Next, the structure is rinsed in a conditioner solution of Shipley 1160 for a period of approximately 5 minutes and then again rinsed in DI water. Teflon board 10 is then sensitized and activated by immersing in Shipley 9F solution and rinsed again in DI water. The structure is now ready for the application of electroplate in the through-holes 25.
For this purpose, as shown in FIG. 5, copper plating is built up in the through-holes 25 and on the top surface of photoresist layer 21 through an electroless plating process to initiate a thin layer in the drilled holes and also on the negative resist for electrical connection for a period of 3045 minutes. During this process, a copper electroless-plated layer 31 having thickness on the order of 50-100 of an inch is built up on the entire side walls 26 of the through-holes 25, including treated portion 28, and the top surface 27 of photoresist layer 21.
Following the electroless plating of layer 31, a subsequent layer 41 of copper electroplate, as shown in FIG. 6, is built up on the side walls electroplate layer 26 in the throughholes 25 for a dense deposit for solder connection. During this electroplating operation, there is no further build up of the copper layer 31 on the top surface 27 of the photoresist layer 21. The thickness of the copper plate within the apertures is preferably on the order of 0.5-1.0 mil.
Following the electroplate build up of the copper within apertures 25, the entire structure is rinsed in DI water and then a photoresist solvent, such as xylene, is applied to dissolve the photoresist layer 21 beneath the electroless copper plate 31 formed thereon, as shown in FIG. 7. The dissolving of the photoresist layer 21 causes the overlying electroless plate layer 31 to effectively crumble in the region of the lip 45 of the aperture 25, so that the overlying copper layer 31 effectively "lifts off" the structure leaving only the Teflon board 10, the copper interconnect lines 12 and the plated apertures 25. It is to be noted that the geometry of the copper lines 12, having been protected by the photoresist layer 21 during the aperture formation and the electroplating of the apertures, has not changed. consequently, intended electrical characteristics of the circuit design are maintained, so that subsequent circuit performance testing can be accurately carried out.
The structure shown in FIG. 7 is next cleaned and polished using copper cleaner-rinsed in D1 water and then an electroless plate layer 51, such as a tin plate, is applied on the top surface 13 of interconnect line 12 and in the plated through holes 25 as shown in FIG. 8.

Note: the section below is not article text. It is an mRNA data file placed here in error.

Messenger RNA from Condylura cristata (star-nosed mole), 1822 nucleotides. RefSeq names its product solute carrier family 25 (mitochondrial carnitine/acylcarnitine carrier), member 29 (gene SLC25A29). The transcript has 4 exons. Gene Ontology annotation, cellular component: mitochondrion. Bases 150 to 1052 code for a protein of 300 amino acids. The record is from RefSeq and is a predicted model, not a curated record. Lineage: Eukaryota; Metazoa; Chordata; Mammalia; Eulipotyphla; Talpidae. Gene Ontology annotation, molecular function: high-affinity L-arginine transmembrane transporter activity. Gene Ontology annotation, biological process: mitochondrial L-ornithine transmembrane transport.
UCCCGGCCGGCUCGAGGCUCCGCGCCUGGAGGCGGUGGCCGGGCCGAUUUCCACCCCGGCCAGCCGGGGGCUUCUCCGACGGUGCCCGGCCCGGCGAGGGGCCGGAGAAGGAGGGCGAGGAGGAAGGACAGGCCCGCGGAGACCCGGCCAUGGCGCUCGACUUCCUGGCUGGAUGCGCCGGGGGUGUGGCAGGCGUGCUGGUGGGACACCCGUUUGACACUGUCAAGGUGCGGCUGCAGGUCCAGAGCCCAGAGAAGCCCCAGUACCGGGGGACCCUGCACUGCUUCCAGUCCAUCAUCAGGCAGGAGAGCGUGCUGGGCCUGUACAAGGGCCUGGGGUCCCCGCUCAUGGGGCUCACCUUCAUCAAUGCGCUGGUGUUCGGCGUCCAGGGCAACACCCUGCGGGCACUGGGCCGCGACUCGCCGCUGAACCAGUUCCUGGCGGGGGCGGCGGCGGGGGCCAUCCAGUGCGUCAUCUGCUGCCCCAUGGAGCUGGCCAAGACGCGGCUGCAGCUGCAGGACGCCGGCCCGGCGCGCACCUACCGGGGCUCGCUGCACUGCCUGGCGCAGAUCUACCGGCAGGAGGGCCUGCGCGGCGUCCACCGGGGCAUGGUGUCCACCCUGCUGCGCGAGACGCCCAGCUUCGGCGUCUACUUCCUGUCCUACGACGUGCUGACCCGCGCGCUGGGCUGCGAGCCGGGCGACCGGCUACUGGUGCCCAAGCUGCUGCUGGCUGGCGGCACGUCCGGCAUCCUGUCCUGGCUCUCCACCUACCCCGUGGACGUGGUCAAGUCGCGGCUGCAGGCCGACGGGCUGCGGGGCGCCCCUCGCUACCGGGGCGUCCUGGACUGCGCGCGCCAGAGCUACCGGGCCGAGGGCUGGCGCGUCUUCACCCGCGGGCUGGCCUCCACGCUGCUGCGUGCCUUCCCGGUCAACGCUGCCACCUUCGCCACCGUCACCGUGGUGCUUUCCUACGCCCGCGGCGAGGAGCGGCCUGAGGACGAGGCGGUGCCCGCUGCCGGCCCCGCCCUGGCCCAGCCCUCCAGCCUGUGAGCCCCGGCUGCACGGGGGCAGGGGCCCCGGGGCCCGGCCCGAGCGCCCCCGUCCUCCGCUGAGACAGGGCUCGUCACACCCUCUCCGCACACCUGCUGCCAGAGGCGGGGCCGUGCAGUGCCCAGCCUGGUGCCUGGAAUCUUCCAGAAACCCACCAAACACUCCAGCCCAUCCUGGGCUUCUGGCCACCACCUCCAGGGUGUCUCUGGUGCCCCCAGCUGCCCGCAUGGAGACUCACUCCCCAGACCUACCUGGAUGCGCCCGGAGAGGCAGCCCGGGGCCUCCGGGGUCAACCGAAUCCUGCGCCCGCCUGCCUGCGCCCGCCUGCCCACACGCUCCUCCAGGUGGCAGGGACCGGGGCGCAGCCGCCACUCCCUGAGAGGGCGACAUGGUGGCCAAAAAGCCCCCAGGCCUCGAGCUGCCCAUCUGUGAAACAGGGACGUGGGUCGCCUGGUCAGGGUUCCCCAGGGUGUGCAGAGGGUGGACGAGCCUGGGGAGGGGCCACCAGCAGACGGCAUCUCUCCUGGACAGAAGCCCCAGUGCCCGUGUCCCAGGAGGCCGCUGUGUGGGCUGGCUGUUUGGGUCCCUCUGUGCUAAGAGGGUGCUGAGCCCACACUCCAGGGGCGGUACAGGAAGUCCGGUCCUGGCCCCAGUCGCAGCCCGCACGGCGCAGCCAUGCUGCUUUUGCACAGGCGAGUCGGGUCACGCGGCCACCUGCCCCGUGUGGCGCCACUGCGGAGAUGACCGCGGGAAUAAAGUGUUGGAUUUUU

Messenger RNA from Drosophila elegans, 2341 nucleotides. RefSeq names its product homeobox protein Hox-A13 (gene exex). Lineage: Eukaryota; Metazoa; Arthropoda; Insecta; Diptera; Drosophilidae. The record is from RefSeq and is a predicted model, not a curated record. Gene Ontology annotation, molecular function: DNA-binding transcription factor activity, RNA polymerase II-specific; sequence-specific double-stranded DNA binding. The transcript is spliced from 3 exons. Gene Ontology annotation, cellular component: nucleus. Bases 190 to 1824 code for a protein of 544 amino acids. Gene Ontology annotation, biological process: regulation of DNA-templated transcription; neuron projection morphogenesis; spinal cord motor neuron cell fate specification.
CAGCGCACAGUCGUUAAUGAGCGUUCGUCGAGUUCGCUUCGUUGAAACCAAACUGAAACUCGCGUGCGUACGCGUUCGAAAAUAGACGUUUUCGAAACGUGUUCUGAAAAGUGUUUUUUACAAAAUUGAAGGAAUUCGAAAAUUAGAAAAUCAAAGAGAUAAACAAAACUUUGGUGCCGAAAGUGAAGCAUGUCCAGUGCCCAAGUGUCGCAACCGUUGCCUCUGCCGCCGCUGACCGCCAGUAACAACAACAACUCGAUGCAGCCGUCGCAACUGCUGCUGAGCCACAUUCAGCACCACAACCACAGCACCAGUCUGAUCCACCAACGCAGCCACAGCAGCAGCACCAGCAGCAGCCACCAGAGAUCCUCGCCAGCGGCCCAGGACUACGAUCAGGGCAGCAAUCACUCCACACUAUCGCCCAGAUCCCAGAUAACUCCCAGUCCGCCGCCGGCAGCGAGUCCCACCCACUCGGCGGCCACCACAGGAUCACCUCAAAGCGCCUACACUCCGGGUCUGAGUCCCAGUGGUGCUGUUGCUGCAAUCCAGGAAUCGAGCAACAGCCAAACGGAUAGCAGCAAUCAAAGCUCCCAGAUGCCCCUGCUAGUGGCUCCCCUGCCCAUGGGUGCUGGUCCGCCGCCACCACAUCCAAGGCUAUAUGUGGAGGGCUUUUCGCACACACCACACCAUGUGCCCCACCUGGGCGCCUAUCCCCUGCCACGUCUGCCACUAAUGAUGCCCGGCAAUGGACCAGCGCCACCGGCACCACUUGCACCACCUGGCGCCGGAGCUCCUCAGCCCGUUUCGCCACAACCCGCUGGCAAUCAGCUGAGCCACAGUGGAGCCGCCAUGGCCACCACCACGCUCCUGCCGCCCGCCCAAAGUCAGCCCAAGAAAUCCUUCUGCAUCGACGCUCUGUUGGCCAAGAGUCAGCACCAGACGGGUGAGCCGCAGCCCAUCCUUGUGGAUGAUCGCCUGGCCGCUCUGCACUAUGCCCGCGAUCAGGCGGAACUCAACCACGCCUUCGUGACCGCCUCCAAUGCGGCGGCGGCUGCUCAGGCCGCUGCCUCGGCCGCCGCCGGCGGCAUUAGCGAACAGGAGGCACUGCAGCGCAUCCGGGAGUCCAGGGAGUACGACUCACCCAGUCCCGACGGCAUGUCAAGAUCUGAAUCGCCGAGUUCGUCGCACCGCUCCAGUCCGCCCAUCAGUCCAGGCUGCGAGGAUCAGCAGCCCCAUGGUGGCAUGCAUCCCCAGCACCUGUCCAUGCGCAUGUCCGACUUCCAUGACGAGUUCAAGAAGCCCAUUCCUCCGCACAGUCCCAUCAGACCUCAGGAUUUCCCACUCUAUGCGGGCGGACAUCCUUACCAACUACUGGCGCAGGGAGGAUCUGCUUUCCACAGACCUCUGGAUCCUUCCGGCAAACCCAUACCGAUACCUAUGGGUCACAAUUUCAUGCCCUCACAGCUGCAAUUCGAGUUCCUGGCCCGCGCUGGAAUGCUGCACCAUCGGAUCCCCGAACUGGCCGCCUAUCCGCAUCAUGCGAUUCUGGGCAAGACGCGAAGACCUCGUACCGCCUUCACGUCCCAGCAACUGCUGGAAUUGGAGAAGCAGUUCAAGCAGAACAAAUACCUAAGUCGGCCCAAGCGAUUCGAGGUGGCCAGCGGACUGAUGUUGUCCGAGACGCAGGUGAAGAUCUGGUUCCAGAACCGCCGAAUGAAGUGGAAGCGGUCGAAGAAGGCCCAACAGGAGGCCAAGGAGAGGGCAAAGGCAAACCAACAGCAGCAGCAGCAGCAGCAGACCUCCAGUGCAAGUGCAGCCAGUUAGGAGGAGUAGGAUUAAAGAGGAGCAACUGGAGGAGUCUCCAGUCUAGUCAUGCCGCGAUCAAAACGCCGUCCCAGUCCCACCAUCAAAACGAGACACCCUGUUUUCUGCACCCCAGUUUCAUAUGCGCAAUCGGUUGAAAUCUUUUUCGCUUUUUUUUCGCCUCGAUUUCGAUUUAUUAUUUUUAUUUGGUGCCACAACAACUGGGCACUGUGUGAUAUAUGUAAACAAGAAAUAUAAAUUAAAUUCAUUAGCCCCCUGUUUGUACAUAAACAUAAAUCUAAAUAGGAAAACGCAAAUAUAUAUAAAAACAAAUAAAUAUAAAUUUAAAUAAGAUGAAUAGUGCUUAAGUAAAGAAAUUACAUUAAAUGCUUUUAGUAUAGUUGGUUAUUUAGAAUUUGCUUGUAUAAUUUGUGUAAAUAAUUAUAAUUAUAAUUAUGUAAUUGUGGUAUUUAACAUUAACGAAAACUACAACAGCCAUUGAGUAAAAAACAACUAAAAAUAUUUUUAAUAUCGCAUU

As will be appreciated from the foregoing description, the problem of nonuniformity of the electrical characteristics in a breadboard interconnect pattern, that have been created by variations in electroplating current density, so that the actual shape of the original metal layer underlaying the electrodeposited build-up is altered (due to etch undercut), thereby modifying the impedance characteristics of the line pattern, are obviated in accordance with the methodolgy of the present invention by initially patterning the base metal to its intended shape and then protecting that shape during subsequent through-hole formation and plating. Since the geometry of the original line pattern is not altered (undercut during subsequent etching), electrical design parameters of the interconnect are retained, so that the functionality of the overall circuit can be accurately tested and evaluated.
While I have shown and described an embodiment in accordance with the present invention, it is to be understood that the same is not limited thereto but is susceptible to numerous changes and modifications as known to a person skilled in the art, and I therefor do not wish to be limited to the details shown and described herein but intend to cover all such changes and modifications as are obvious to one of ordinary skill in the art.
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|Citing Patent||Filing date||Publication date||Applicant||Title|
|US5968589 *||Jan 28, 1997||Oct 19, 1999||Nec Corporation||Method for manufacturing wiring pattern board|
|US6573147||Oct 26, 2001||Jun 3, 2003||Samsung Electronics Co., Ltd.||Method of forming a semiconductor device having contact using crack-protecting layer|
|US6703712||Nov 13, 2001||Mar 9, 2004||Agere Systems, Inc.||Microelectronic device layer deposited with multiple electrolytes|
|U.S. Classification||205/126, 216/18, 427/97.2|
|Cooperative Classification||H05K2203/1383, H05K3/428|
|Dec 29, 1992||REMI||Maintenance fee reminder mailed|
|May 30, 1993||LAPS||Lapse for failure to pay maintenance fees|
|Aug 17, 1993||FP||Expired due to failure to pay maintenance fee|
Effective date: 19930530